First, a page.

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New Nuncio visits SA


Witnessing the “big sky country” of the Mid North, learning about the early Polish Catholic settlement in the Clare Valley and celebrating the feast of St Hilarion were among the highlights of the Apostolic Nuncio’s first visit to South Australia.

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Archbishop Charles Balvo officially commenced his position of papal ambassador to Australia when he presented his credentials to the Governor General David Hurley on April 1.

A member of the diplomatic service for 35 years, the personable American speaks six languages and has served in New Zealand and the Pacific islands, Kenya and South Sudan, Latin America, the Baltic States, the Middle East and, most recently, the Czech Republic.

Humbly describing his linguistic abilities as “saying nothing in six languages”, he impressed local Kenyan priests with his knowledge of Swahili.

Archbishop Balvo tours the Hutt St Centre with, from left, Peter Hoban, Tim Conlon, Archbishop O’Regan, Sr Ratana, Sr Kathleen and Tim O’Callaghan.

Archbishop Balvo was initially invited to Adelaide by the Seaton parish for the annual feast of St Hilarion celebrations on October 23. After consultation with Adelaide Archbishop Patrick O’Regan it was arranged for him to spend five days in the Adelaide and Port Pirie dioceses.

Archbishop Balvo said he was “very grateful” to have the opportunity to come to SA, starting with “a ceremony of popular piety”, the 67th feast of St Hilarion. Celebrated for the first time at Gleneagles Reserve, instead of the Mater Christi Church grounds, more than 6000 people are estimated to have attended the festival.

On the Monday, Archbishop O’Regan and Bishop Greg O’Kelly SJ accompanied the Brooklyn-born Archbishop Balvo to Sevenhill where they were hosted by the Jesuits and taken to historic sites in the area.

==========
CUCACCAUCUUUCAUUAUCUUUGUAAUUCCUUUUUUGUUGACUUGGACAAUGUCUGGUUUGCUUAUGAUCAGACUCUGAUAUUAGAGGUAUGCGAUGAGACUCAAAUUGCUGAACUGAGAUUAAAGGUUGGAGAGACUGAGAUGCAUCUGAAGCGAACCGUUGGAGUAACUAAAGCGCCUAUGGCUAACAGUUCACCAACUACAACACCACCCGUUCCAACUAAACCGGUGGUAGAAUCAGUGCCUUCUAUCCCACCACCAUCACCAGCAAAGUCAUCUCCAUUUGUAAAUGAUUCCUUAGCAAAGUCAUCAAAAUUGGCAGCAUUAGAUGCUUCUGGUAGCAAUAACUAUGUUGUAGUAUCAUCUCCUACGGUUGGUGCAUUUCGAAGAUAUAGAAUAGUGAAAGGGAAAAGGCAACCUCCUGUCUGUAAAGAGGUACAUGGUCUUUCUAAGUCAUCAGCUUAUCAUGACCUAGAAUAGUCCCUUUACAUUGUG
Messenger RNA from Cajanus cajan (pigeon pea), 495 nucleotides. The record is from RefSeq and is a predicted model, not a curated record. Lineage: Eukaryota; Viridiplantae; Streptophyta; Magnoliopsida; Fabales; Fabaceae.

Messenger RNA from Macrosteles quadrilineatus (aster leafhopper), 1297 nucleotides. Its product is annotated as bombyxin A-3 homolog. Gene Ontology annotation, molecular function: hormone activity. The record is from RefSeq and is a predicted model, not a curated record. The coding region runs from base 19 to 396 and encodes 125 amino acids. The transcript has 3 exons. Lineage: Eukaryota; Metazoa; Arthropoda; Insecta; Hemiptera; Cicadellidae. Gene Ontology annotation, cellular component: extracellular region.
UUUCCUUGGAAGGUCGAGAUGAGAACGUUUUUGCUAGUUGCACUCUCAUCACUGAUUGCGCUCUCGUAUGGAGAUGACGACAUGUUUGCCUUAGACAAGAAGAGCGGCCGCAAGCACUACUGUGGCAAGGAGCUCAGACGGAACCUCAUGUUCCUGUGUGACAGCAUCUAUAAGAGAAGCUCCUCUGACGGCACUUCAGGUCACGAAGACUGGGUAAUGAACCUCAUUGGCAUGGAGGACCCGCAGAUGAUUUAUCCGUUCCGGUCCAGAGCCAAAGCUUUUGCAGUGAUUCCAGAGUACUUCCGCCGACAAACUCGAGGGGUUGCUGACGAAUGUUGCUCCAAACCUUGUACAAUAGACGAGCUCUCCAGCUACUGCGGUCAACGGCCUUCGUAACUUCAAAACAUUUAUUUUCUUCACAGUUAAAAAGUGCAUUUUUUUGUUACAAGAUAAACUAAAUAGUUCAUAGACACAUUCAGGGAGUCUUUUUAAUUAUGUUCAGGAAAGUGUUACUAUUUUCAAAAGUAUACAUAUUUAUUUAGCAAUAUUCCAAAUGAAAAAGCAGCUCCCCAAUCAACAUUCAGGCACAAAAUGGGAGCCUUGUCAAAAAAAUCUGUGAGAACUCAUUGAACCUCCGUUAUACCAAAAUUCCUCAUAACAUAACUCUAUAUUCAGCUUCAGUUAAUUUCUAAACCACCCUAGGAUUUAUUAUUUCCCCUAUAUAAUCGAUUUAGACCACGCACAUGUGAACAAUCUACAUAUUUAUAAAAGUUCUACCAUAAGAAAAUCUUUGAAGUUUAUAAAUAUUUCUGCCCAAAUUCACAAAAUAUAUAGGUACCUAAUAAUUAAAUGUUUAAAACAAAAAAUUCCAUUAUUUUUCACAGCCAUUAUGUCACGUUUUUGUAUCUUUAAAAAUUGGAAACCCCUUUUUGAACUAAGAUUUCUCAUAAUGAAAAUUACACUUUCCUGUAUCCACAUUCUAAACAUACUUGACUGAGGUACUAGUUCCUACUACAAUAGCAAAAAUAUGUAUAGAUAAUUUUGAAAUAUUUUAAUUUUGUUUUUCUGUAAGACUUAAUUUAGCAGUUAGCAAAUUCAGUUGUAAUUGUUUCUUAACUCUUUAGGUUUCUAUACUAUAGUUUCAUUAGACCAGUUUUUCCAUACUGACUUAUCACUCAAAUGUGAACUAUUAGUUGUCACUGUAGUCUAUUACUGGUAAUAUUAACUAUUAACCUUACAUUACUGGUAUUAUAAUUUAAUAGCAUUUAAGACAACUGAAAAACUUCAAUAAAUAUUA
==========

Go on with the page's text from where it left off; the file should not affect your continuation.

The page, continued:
“We went to Mintaro and then to Polish Hill River to see some of the small churches, and a small museum dedicated to the Polish presence in South Australia, so all in all it was very nice,” Archbishop Balvo told The Southern Cross.

The following day he travelled with Bishop Karol Kulczycki SDS to Port Pirie where he celebrated Mass in St Mark’s Cathedral with local faithful and school students from St Mark’s College.

Travelling to Peterborough, Archbishop Balvo had an opportunity to view the unusually green countryside which he described as “really magnificent”.

He also enjoyed visiting the presbytery and St Anacletus Church which was once the pro-Cathedral and heard from local parishioners over afternoon tea about the history of the parish and the once-thriving railway town.

Returning to Adelaide to celebrate the Votive Mass of Saints Peter and Paul in St Francis Xavier’s Cathedral, he concluded his homily by saying “the Church must be a place of mercy, freely given, where everybody feels welcomed, loved, forgiven and encouraged to live the good life of the Gospel”.

His final day in the Archdiocese included a tour of the Hutt St Centre with Archbishop O’Regan. They experienced the busy lunch service in the Centre’s dining room, spoke with clients, staff and volunteers including Daughters of Charity Sisters Ratana Sriwarakul and Kathleen Boland.

“It does very important work, and it’s been doing that since 1954, starting very simple with Sisters giving out sandwiches and tea, to now a whole program of support,” he noted.

Delivering the homily in the Cathedral.

Archbishop Balvo also met with local clergy, including retired priests at Murphy Villa, and staff of the Diocesan Centre.

Commenting on his role as an observer to the Plenary Council in July, Archbishop Balvo said he thought it was a “very good experience”.

“The resolutions were dealing with important issues,” he said.

“It hit a bump but they worked it out, I thought they did a pretty good job of it to tell the truth.

“It was a very good atmosphere – priests, bishops, lay people really working together on these issues…but it’s an ongoing moment in history of the life of the Church, it’s not the end.”

Archbishop Balvo described his role of Nuncio as “this bond, a link between the Holy Father and local churches”.

“As far as my specific work, one of my important tasks is the process for the appointment of bishops, making consultations, identifying candidates and sending information gathered to Rome,” he said, adding another part of his work was “going around dioceses and seeing how things are.”

In terms of his diplomatic role, he said now that people were “living with COVID”, there was a resumption of invitations to national day receptions and cultural events hosted by the 111 embassies in Canberra.


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